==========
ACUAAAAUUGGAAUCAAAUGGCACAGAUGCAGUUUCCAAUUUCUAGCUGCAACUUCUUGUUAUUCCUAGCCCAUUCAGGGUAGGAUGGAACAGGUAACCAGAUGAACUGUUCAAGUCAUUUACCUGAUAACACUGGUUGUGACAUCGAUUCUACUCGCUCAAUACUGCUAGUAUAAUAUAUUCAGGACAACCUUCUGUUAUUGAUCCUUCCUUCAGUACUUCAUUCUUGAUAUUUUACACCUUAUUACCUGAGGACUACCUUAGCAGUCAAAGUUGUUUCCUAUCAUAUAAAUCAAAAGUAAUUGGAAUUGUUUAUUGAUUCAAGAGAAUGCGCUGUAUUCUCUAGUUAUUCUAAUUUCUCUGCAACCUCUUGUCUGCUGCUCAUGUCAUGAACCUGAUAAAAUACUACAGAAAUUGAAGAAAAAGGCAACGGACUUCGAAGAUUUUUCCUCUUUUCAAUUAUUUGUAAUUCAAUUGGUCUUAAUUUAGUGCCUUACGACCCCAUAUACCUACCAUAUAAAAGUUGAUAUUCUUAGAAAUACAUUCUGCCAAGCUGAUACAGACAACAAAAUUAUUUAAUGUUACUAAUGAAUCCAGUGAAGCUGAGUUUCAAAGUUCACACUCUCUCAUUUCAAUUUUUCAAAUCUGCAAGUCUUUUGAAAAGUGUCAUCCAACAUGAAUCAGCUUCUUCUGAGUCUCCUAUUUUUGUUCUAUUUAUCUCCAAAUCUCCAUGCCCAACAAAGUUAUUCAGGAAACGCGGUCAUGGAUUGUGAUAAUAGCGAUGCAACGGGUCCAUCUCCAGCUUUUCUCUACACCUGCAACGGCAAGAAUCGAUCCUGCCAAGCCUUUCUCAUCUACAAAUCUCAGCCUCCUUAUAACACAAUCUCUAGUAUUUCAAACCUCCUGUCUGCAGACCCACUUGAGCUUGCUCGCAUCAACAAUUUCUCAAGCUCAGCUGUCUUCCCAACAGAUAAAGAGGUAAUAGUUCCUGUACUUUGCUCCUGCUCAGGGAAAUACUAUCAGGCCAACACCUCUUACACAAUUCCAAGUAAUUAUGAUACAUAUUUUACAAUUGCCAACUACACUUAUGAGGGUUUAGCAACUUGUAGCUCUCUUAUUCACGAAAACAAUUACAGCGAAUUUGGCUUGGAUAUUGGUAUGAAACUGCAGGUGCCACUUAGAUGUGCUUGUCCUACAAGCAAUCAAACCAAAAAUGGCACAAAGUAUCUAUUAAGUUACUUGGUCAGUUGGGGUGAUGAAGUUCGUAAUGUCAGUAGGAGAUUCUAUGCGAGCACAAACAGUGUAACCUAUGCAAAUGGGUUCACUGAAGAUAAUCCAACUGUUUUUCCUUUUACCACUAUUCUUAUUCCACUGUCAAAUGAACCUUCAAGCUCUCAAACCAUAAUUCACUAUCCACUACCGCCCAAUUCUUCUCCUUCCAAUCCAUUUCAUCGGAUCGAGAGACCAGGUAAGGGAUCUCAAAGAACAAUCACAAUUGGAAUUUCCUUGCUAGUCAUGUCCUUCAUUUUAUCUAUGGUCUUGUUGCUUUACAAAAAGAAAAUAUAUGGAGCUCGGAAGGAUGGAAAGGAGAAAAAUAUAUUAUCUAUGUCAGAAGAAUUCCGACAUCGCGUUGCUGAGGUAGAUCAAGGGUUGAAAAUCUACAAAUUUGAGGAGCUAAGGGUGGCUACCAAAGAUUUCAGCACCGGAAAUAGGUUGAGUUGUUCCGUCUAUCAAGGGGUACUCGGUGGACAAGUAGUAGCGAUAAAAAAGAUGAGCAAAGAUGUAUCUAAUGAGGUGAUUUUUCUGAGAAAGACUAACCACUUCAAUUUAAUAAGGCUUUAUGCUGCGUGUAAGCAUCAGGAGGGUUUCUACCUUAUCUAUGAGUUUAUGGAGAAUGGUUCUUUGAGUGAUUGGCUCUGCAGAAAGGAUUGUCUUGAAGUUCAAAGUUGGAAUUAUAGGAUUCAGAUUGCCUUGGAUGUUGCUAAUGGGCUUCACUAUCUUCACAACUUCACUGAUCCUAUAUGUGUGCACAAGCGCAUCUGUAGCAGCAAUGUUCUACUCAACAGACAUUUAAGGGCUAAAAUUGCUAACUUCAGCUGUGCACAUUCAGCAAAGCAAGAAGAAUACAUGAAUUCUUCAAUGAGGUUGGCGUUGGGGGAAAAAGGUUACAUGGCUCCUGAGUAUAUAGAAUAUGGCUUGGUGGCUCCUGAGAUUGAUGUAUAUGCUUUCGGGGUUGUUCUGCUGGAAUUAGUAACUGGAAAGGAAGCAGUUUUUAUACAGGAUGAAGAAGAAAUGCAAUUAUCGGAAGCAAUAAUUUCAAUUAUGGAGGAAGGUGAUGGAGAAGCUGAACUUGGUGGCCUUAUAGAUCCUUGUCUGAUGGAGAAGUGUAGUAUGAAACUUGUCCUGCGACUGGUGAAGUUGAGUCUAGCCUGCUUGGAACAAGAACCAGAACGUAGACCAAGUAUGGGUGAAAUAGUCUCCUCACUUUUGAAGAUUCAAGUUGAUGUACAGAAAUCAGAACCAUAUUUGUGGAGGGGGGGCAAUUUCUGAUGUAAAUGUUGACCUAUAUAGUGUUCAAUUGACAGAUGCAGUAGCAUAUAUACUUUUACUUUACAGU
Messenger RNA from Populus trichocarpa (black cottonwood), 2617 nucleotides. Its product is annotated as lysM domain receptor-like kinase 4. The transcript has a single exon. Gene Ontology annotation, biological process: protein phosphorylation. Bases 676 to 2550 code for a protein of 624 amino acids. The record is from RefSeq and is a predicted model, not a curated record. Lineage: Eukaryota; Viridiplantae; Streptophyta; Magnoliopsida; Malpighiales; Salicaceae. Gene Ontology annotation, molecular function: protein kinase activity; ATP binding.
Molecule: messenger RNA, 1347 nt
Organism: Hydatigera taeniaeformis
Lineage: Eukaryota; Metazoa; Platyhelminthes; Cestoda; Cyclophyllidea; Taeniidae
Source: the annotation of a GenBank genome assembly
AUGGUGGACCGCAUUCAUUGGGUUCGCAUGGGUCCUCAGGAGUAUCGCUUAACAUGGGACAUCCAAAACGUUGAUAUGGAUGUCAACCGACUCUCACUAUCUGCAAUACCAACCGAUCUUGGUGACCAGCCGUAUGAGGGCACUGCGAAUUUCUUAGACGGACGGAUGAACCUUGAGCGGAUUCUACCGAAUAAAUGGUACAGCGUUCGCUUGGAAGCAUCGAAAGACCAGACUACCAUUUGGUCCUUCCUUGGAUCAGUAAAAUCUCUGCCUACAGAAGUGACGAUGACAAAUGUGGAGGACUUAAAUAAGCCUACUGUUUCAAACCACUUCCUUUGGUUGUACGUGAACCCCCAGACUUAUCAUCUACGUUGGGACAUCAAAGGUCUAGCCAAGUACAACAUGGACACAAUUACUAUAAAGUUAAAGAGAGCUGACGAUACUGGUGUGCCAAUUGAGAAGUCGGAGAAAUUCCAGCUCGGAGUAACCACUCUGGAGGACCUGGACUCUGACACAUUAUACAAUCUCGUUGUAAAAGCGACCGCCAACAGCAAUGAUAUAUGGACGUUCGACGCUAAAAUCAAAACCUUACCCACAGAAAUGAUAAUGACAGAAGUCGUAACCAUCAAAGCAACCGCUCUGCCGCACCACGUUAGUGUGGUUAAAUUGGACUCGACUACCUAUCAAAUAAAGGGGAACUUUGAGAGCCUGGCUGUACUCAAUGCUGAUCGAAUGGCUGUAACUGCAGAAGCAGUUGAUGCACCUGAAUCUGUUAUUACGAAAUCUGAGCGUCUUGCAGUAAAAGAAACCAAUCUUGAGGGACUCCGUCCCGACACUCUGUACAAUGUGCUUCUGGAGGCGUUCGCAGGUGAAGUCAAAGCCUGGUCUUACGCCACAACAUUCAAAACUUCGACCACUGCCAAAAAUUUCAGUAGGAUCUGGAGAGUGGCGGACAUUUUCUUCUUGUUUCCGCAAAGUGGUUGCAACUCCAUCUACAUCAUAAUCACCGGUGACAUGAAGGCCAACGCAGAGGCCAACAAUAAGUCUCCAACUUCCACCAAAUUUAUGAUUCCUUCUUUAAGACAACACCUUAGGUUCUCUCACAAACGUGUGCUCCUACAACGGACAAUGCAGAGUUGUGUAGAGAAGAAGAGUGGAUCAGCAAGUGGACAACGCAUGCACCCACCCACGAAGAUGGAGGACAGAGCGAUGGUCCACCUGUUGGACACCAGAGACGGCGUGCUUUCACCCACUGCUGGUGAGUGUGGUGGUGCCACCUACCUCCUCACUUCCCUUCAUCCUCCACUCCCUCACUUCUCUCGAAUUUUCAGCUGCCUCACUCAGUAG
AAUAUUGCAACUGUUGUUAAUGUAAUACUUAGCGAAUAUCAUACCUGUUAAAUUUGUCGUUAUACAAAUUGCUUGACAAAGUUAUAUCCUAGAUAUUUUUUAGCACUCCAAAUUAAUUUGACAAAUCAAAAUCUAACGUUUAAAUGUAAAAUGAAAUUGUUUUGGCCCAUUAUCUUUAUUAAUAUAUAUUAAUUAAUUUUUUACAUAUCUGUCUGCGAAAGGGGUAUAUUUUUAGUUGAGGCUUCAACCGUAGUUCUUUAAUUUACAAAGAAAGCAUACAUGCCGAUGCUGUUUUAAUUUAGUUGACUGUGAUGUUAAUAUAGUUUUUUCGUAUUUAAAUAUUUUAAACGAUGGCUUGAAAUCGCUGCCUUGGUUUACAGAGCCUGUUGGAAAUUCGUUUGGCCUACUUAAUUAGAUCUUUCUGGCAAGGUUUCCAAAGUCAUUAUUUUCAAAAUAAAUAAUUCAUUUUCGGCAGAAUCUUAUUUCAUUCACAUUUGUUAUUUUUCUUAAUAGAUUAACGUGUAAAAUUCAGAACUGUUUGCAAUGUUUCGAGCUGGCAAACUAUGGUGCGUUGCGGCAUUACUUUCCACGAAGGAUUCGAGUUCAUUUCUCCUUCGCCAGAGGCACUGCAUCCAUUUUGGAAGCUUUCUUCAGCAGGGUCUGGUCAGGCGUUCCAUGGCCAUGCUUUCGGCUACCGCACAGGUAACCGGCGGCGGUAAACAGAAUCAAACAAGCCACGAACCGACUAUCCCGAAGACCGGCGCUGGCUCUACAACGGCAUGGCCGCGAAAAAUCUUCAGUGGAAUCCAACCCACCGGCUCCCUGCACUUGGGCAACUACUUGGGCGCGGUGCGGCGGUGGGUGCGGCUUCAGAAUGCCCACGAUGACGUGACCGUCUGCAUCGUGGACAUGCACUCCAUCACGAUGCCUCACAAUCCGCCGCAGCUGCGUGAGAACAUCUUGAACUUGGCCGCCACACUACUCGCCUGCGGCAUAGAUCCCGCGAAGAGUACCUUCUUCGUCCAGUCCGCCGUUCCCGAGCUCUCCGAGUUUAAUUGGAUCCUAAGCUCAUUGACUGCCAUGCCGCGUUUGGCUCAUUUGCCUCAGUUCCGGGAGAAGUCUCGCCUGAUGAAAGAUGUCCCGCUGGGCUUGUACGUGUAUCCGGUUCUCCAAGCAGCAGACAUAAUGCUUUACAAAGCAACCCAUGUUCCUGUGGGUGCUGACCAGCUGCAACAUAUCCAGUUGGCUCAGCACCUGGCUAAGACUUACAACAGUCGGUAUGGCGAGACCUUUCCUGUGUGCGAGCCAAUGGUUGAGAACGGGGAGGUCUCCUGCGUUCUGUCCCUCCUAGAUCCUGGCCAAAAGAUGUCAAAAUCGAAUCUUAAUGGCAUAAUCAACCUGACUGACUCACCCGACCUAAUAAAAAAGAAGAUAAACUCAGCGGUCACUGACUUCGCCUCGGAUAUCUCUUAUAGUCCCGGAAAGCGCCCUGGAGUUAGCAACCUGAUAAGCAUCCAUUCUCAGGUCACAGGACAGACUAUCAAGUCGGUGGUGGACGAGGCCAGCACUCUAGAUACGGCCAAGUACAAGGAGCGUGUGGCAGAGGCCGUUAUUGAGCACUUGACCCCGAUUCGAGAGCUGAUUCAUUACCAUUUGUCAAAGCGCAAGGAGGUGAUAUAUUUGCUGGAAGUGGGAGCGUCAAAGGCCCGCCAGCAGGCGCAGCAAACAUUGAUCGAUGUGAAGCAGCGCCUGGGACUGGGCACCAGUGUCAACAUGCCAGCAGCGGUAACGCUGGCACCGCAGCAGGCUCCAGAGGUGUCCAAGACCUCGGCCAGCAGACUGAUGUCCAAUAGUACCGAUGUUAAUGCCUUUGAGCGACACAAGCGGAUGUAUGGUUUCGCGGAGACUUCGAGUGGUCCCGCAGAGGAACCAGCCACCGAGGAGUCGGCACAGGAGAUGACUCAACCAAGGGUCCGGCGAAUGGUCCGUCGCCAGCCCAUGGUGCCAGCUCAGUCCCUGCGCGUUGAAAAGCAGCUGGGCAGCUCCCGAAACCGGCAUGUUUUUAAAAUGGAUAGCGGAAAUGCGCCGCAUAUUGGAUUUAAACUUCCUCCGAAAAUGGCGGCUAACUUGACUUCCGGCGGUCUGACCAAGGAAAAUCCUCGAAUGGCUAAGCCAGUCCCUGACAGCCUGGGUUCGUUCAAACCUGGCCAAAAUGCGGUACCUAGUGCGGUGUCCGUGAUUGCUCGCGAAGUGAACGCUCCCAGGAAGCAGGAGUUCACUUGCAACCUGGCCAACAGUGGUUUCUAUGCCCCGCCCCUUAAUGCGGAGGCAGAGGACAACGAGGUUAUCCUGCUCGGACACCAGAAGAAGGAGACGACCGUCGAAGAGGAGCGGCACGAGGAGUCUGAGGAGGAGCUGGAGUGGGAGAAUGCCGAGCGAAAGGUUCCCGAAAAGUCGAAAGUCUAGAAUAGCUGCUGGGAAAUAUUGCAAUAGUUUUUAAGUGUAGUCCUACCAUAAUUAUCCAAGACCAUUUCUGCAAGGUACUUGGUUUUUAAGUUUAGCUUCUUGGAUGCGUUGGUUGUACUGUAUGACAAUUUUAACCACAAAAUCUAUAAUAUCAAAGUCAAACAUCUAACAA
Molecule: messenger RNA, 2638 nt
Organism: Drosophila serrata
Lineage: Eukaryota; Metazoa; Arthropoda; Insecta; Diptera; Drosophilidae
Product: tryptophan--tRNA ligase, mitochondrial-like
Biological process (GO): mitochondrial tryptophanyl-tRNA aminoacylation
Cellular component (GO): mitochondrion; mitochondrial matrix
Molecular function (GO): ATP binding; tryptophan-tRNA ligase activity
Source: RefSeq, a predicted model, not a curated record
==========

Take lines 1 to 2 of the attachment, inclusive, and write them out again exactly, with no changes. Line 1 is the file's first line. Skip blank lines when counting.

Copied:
ACUAAAAUUGGAAUCAAAUGGCACAGAUGCAGUUUCCAAUUUCUAGCUGCAACUUCUUGUUAUUCCUAGCCCAUUCAGGGUAGGAUGGAACAGGUAACCAGAUGAACUGUUCAAGUCAUUUACCUGAUAACACUGGUUGUGACAUCGAUUCUACUCGCUCAAUACUGCUAGUAUAAUAUAUUCAGGACAACCUUCUGUUAUUGAUCCUUCCUUCAGUACUUCAUUCUUGAUAUUUUACACCUUAUUACCUGAGGACUACCUUAGCAGUCAAAGUUGUUUCCUAUCAUAUAAAUCAAAAGUAAUUGGAAUUGUUUAUUGAUUCAAGAGAAUGCGCUGUAUUCUCUAGUUAUUCUAAUUUCUCUGCAACCUCUUGUCUGCUGCUCAUGUCAUGAACCUGAUAAAAUACUACAGAAAUUGAAGAAAAAGGCAACGGACUUCGAAGAUUUUUCCUCUUUUCAAUUAUUUGUAAUUCAAUUGGUCUUAAUUUAGUGCCUUACGACCCCAUAUACCUACCAUAUAAAAGUUGAUAUUCUUAGAAAUACAUUCUGCCAAGCUGAUACAGACAACAAAAUUAUUUAAUGUUACUAAUGAAUCCAGUGAAGCUGAGUUUCAAAGUUCACACUCUCUCAUUUCAAUUUUUCAAAUCUGCAAGUCUUUUGAAAAGUGUCAUCCAACAUGAAUCAGCUUCUUCUGAGUCUCCUAUUUUUGUUCUAUUUAUCUCCAAAUCUCCAUGCCCAACAAAGUUAUUCAGGAAACGCGGUCAUGGAUUGUGAUAAUAGCGAUGCAACGGGUCCAUCUCCAGCUUUUCUCUACACCUGCAACGGCAAGAAUCGAUCCUGCCAAGCCUUUCUCAUCUACAAAUCUCAGCCUCCUUAUAACACAAUCUCUAGUAUUUCAAACCUCCUGUCUGCAGACCCACUUGAGCUUGCUCGCAUCAACAAUUUCUCAAGCUCAGCUGUCUUCCCAACAGAUAAAGAGGUAAUAGUUCCUGUACUUUGCUCCUGCUCAGGGAAAUACUAUCAGGCCAACACCUCUUACACAAUUCCAAGUAAUUAUGAUACAUAUUUUACAAUUGCCAACUACACUUAUGAGGGUUUAGCAACUUGUAGCUCUCUUAUUCACGAAAACAAUUACAGCGAAUUUGGCUUGGAUAUUGGUAUGAAACUGCAGGUGCCACUUAGAUGUGCUUGUCCUACAAGCAAUCAAACCAAAAAUGGCACAAAGUAUCUAUUAAGUUACUUGGUCAGUUGGGGUGAUGAAGUUCGUAAUGUCAGUAGGAGAUUCUAUGCGAGCACAAACAGUGUAACCUAUGCAAAUGGGUUCACUGAAGAUAAUCCAACUGUUUUUCCUUUUACCACUAUUCUUAUUCCACUGUCAAAUGAACCUUCAAGCUCUCAAACCAUAAUUCACUAUCCACUACCGCCCAAUUCUUCUCCUUCCAAUCCAUUUCAUCGGAUCGAGAGACCAGGUAAGGGAUCUCAAAGAACAAUCACAAUUGGAAUUUCCUUGCUAGUCAUGUCCUUCAUUUUAUCUAUGGUCUUGUUGCUUUACAAAAAGAAAAUAUAUGGAGCUCGGAAGGAUGGAAAGGAGAAAAAUAUAUUAUCUAUGUCAGAAGAAUUCCGACAUCGCGUUGCUGAGGUAGAUCAAGGGUUGAAAAUCUACAAAUUUGAGGAGCUAAGGGUGGCUACCAAAGAUUUCAGCACCGGAAAUAGGUUGAGUUGUUCCGUCUAUCAAGGGGUACUCGGUGGACAAGUAGUAGCGAUAAAAAAGAUGAGCAAAGAUGUAUCUAAUGAGGUGAUUUUUCUGAGAAAGACUAACCACUUCAAUUUAAUAAGGCUUUAUGCUGCGUGUAAGCAUCAGGAGGGUUUCUACCUUAUCUAUGAGUUUAUGGAGAAUGGUUCUUUGAGUGAUUGGCUCUGCAGAAAGGAUUGUCUUGAAGUUCAAAGUUGGAAUUAUAGGAUUCAGAUUGCCUUGGAUGUUGCUAAUGGGCUUCACUAUCUUCACAACUUCACUGAUCCUAUAUGUGUGCACAAGCGCAUCUGUAGCAGCAAUGUUCUACUCAACAGACAUUUAAGGGCUAAAAUUGCUAACUUCAGCUGUGCACAUUCAGCAAAGCAAGAAGAAUACAUGAAUUCUUCAAUGAGGUUGGCGUUGGGGGAAAAAGGUUACAUGGCUCCUGAGUAUAUAGAAUAUGGCUUGGUGGCUCCUGAGAUUGAUGUAUAUGCUUUCGGGGUUGUUCUGCUGGAAUUAGUAACUGGAAAGGAAGCAGUUUUUAUACAGGAUGAAGAAGAAAUGCAAUUAUCGGAAGCAAUAAUUUCAAUUAUGGAGGAAGGUGAUGGAGAAGCUGAACUUGGUGGCCUUAUAGAUCCUUGUCUGAUGGAGAAGUGUAGUAUGAAACUUGUCCUGCGACUGGUGAAGUUGAGUCUAGCCUGCUUGGAACAAGAACCAGAACGUAGACCAAGUAUGGGUGAAAUAGUCUCCUCACUUUUGAAGAUUCAAGUUGAUGUACAGAAAUCAGAACCAUAUUUGUGGAGGGGGGGCAAUUUCUGAUGUAAAUGUUGACCUAUAUAGUGUUCAAUUGACAGAUGCAGUAGCAUAUAUACUUUUACUUUACAGU
Messenger RNA from Populus trichocarpa (black cottonwood), 2617 nucleotides. Its product is annotated as lysM domain receptor-like kinase 4. The transcript has a single exon. Gene Ontology annotation, biological process: protein phosphorylation. Bases 676 to 2550 code for a protein of 624 amino acids. The record is from RefSeq and is a predicted model, not a curated record. Lineage: Eukaryota; Viridiplantae; Streptophyta; Magnoliopsida; Malpighiales; Salicaceae. Gene Ontology annotation, molecular function: protein kinase activity; ATP binding.